Years from now, as they look back on the event, residents and visitors to Yellow Springs might not remember the exact date or year, but they’ll remember the time. 3:07 p.m. At least, that’s when the official kissing began.

  • Rwandans open up world for YS

    Teachers Fidele Havugimana and Tony Gasana, from left, back row; students Kelly Ngamije, Eugenia Uwamariya, front; and headmaster Brother Straton Malisaba, right, from Ecôle des Sciences secondary school in Byimana, Rwanda, are teaching and attending classes at YSHS for six weeks due to the efforts of retired Central State chemistry professor Al Schlueter.

    It was an ordinary night in the village. Traven was showing Tony — both Yellow Springs High School students — how to make Rice Crispy treats. Another student, Kelly, was doing homework alongside her brothers and sisters.

  • Marilyn’s story of wheel gratitude

    Longtime Yellow Springs resident Marilyn Van Eaton, after a long bout of illness, uses this recumbent bicycle to wheel around town and to regain her health. The bike was purchased after friends raised $1,000 from villagers so that Van Eaton could have a bike.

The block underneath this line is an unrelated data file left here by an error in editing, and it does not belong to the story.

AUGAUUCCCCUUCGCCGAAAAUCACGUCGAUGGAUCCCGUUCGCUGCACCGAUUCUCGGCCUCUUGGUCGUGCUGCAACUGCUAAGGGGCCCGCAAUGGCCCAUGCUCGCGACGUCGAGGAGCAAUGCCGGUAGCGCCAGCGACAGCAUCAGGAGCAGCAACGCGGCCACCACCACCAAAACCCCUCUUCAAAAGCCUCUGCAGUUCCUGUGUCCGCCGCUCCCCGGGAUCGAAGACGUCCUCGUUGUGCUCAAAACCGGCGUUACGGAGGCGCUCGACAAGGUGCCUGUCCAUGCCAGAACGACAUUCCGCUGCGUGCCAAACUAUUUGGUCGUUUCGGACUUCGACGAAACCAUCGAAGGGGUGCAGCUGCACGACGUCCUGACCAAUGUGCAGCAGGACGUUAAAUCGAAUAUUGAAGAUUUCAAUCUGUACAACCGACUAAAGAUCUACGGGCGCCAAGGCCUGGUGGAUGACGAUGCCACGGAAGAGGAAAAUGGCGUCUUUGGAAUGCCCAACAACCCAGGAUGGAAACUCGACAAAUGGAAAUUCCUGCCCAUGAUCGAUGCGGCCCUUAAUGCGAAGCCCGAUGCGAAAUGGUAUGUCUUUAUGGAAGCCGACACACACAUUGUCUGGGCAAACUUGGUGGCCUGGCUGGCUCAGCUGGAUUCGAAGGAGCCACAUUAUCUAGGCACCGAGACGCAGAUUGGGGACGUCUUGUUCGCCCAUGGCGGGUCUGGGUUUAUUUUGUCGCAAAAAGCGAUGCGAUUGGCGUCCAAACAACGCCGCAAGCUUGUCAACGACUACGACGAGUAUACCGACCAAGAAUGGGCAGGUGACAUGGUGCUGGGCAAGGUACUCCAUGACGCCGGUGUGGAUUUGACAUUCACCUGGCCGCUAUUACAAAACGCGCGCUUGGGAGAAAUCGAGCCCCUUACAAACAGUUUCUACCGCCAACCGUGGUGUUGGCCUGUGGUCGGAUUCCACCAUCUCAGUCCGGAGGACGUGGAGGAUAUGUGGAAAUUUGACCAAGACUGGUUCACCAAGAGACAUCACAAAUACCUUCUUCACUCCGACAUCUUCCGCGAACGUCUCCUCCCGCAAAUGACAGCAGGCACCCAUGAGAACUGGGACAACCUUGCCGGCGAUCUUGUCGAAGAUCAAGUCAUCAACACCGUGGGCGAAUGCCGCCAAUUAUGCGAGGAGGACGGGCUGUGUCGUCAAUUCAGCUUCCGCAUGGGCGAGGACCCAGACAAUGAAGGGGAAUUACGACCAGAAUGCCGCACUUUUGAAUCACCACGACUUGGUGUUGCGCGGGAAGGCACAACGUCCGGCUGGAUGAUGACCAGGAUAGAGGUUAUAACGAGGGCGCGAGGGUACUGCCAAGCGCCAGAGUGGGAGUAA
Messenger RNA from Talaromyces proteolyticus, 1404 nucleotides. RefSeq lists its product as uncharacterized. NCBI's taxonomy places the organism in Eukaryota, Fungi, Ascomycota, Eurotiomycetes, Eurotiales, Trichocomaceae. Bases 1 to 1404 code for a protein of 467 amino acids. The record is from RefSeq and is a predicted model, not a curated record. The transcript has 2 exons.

“This will be a love letter to the village,” said Marilyn Van Eaton, her eyes filled with tears. The recent interview had to be stopped several times while she composed herself, describing the “long row to hoe” that has defined her life for so many years.

  • Travelers surf cultures, couches

    Kathleen Hotmer, left, and Judith Wolert-Maldonado of Yellow Springs are satisfied veterans of couch surfing, a new Internet-based way to travel by spending the night on the sofas of strangers. The women have found couch surfing inexpensive, safe and a good way to meet new people and experience different cultures.

    “I’ve been traveling since I was a baby,” said Judith Wolert-Maldonado as she sipped her tea at The Emporium. “My mom and dad came to the U.S. from Argentina in the late ’60s. I was born in ’70 and by seven months old I was flying back to Argentina with my parents.

  • Soldier’s Afghan tour prompts NPR ‘This I Believe’ essay

    Writer and Air Force reservist Todd ‘TJ’ Turner’s essay about his 2006 deployment to Afghanistan was selected to be read on NPR’s ‘This I Believe’ segment Nov. 9 in honor of Veteran’s Day.

    National Public Radio’s popular media project, “This I Believe,” has inspired thousands of writers across the country (including 10 from Yellow Springs) to express and condense their thoughts into a personal essay, 500 words or less, then submit it for consideration to NPR’s selection committee.

  • On Halloween, Gardner puts the ‘boo’ back into books

    Lucille Gardner shares a book with 7-year-old Sean Adams. She continues to share her passion for reading with children in novel ways, including inviting trick-or-treaters in for a snack and a book.

    “She may be hard of hearing but she listens to kids,” said Sue Hawkey of her friend and colleague, Lucille Gardner. “She really hears what kids have to say.” Hawkey taught fourth grade at Mills Lawn School from 2003 up until this past spring.